The concepts of Agile software development are well understood, more than a decade after the original manifesto was put to paper. It calls for things such as “people over process” and “responding to change over following a plan.”

Of course, the devil is in the details, and companies are hitting a wall in trying to implement Agile, especially when they look to infuse Agile beyond their development organizations.

Part of the reason is that Agile is not prescriptive. It provides a broad framework, but there is no map to follow, and organizations are developing their own processes to achieve the Agile goal of delivering software more quickly, of higher quality, and that meets the requirements of the user.

Also, it was originally designed as an approach to developing software. Now, the “Agile enterprise” is the goal. Why should only software development move quickly? Why can’t marketing, and sales, and business decisions, be made in a more Agile fashion.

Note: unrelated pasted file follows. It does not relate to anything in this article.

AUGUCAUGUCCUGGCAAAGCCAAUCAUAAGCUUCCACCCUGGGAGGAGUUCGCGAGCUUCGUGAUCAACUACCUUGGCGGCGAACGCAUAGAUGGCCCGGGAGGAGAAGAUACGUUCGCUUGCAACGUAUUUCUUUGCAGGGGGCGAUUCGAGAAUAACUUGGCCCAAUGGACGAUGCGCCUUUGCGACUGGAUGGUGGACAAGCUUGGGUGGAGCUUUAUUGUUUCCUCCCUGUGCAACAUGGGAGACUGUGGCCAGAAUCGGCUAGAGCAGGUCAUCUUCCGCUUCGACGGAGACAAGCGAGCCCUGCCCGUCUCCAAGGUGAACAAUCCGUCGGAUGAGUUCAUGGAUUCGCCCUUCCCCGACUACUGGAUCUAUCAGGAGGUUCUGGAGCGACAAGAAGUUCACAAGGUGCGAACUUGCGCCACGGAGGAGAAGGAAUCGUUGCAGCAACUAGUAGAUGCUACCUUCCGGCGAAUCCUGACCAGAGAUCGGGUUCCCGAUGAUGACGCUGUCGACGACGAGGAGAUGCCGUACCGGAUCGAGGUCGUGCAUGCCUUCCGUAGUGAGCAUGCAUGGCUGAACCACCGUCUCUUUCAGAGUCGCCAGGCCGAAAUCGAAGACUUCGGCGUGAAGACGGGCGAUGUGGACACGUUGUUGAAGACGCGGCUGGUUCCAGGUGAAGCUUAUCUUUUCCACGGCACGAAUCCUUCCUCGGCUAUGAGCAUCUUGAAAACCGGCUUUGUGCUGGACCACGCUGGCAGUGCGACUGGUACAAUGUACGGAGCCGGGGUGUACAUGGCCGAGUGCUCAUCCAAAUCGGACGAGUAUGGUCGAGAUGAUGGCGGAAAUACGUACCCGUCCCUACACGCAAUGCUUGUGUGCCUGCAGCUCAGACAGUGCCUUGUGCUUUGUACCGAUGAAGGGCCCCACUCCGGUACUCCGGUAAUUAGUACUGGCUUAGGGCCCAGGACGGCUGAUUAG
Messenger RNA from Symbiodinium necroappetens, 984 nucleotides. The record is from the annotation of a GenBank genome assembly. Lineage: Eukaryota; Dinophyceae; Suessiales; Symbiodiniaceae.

They can, of course, but again, the devil is in the details. There are challenges in organizational leadership, in allowing teams to find their rhythms and then coming together at critical junctures and in using metrics to guide the business.

“Agile is front and center for everyone trying to make a digital transformation,” said Steve Elliot, CEO of AgileCraft, makers of a scaled Agile management platform. “But running an Agile mindset across groups of teams is the challenge.”

And therein lies perhaps the greatest challenge to achieving business agility. Few organizations are starting from scratch; most have development teams doing Agile projects and creating versions of software faster than release teams, marketing and sales teams, and even business decision-makers can keep up. “The agile methodology has been so successful that development teams are pushing code more quickly than IT can deal with,” said Anders Wallgren, CTO at Electric Cloud, a DevOps release automation software provider.

Some of this is due to the fact that whether most organizations embrace it or not, they are all becoming software companies. Pizza sellers want to be platform players. Automobile manufacturers use more software in their cars than ever before; mechanics are transforming from ‘grease monkeys’ to debuggers.